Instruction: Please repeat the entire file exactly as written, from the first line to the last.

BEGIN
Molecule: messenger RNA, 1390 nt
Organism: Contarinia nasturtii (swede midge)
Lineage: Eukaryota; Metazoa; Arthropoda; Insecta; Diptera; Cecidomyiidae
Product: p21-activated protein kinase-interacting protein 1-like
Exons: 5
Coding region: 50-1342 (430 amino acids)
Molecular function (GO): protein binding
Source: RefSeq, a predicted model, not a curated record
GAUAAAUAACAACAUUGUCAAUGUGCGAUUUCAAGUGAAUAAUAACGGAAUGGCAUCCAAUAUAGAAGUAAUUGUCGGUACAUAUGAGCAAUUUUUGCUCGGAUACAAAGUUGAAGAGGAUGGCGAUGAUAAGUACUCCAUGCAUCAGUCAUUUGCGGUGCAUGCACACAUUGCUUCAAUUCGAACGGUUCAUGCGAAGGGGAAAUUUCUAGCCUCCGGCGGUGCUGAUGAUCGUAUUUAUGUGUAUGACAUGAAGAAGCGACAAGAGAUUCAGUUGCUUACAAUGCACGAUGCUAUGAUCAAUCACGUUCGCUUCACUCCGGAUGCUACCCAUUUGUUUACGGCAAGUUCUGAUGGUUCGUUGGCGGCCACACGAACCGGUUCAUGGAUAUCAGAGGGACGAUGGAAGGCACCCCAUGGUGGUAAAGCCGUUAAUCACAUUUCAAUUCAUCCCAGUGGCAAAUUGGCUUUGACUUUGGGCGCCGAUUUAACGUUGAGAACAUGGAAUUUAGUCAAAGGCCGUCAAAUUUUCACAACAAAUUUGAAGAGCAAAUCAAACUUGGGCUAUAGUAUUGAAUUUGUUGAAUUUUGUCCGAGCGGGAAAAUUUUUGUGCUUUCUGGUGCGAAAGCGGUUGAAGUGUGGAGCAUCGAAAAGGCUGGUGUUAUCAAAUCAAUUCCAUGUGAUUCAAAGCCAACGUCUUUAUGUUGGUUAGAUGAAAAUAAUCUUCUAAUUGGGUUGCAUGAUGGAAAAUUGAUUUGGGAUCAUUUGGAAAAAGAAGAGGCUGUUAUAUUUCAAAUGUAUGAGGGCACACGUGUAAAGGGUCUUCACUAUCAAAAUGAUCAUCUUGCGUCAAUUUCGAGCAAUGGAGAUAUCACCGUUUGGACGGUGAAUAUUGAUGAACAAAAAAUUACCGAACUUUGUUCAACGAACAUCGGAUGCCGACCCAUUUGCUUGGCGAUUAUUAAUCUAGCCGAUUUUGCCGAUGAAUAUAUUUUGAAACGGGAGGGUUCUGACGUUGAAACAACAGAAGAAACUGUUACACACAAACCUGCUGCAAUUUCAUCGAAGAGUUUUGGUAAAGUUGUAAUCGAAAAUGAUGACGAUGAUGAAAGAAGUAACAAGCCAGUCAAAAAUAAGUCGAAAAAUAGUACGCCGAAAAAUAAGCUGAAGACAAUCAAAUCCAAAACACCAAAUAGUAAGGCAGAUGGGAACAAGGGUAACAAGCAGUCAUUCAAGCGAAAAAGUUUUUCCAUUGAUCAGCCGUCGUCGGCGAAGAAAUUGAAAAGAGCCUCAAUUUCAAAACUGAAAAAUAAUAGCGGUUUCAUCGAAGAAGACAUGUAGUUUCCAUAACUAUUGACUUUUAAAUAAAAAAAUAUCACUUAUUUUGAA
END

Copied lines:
Molecule: messenger RNA, 1390 nt
Organism: Contarinia nasturtii (swede midge)
Lineage: Eukaryota; Metazoa; Arthropoda; Insecta; Diptera; Cecidomyiidae
Product: p21-activated protein kinase-interacting protein 1-like
Exons: 5
Coding region: 50-1342 (430 amino acids)
Molecular function (GO): protein binding
Source: RefSeq, a predicted model, not a curated record
GAUAAAUAACAACAUUGUCAAUGUGCGAUUUCAAGUGAAUAAUAACGGAAUGGCAUCCAAUAUAGAAGUAAUUGUCGGUACAUAUGAGCAAUUUUUGCUCGGAUACAAAGUUGAAGAGGAUGGCGAUGAUAAGUACUCCAUGCAUCAGUCAUUUGCGGUGCAUGCACACAUUGCUUCAAUUCGAACGGUUCAUGCGAAGGGGAAAUUUCUAGCCUCCGGCGGUGCUGAUGAUCGUAUUUAUGUGUAUGACAUGAAGAAGCGACAAGAGAUUCAGUUGCUUACAAUGCACGAUGCUAUGAUCAAUCACGUUCGCUUCACUCCGGAUGCUACCCAUUUGUUUACGGCAAGUUCUGAUGGUUCGUUGGCGGCCACACGAACCGGUUCAUGGAUAUCAGAGGGACGAUGGAAGGCACCCCAUGGUGGUAAAGCCGUUAAUCACAUUUCAAUUCAUCCCAGUGGCAAAUUGGCUUUGACUUUGGGCGCCGAUUUAACGUUGAGAACAUGGAAUUUAGUCAAAGGCCGUCAAAUUUUCACAACAAAUUUGAAGAGCAAAUCAAACUUGGGCUAUAGUAUUGAAUUUGUUGAAUUUUGUCCGAGCGGGAAAAUUUUUGUGCUUUCUGGUGCGAAAGCGGUUGAAGUGUGGAGCAUCGAAAAGGCUGGUGUUAUCAAAUCAAUUCCAUGUGAUUCAAAGCCAACGUCUUUAUGUUGGUUAGAUGAAAAUAAUCUUCUAAUUGGGUUGCAUGAUGGAAAAUUGAUUUGGGAUCAUUUGGAAAAAGAAGAGGCUGUUAUAUUUCAAAUGUAUGAGGGCACACGUGUAAAGGGUCUUCACUAUCAAAAUGAUCAUCUUGCGUCAAUUUCGAGCAAUGGAGAUAUCACCGUUUGGACGGUGAAUAUUGAUGAACAAAAAAUUACCGAACUUUGUUCAACGAACAUCGGAUGCCGACCCAUUUGCUUGGCGAUUAUUAAUCUAGCCGAUUUUGCCGAUGAAUAUAUUUUGAAACGGGAGGGUUCUGACGUUGAAACAACAGAAGAAACUGUUACACACAAACCUGCUGCAAUUUCAUCGAAGAGUUUUGGUAAAGUUGUAAUCGAAAAUGAUGACGAUGAUGAAAGAAGUAACAAGCCAGUCAAAAAUAAGUCGAAAAAUAGUACGCCGAAAAAUAAGCUGAAGACAAUCAAAUCCAAAACACCAAAUAGUAAGGCAGAUGGGAACAAGGGUAACAAGCAGUCAUUCAAGCGAAAAAGUUUUUCCAUUGAUCAGCCGUCGUCGGCGAAGAAAUUGAAAAGAGCCUCAAUUUCAAAACUGAAAAAUAAUAGCGGUUUCAUCGAAGAAGACAUGUAGUUUCCAUAACUAUUGACUUUUAAAUAAAAAAAUAUCACUUAUUUUGAA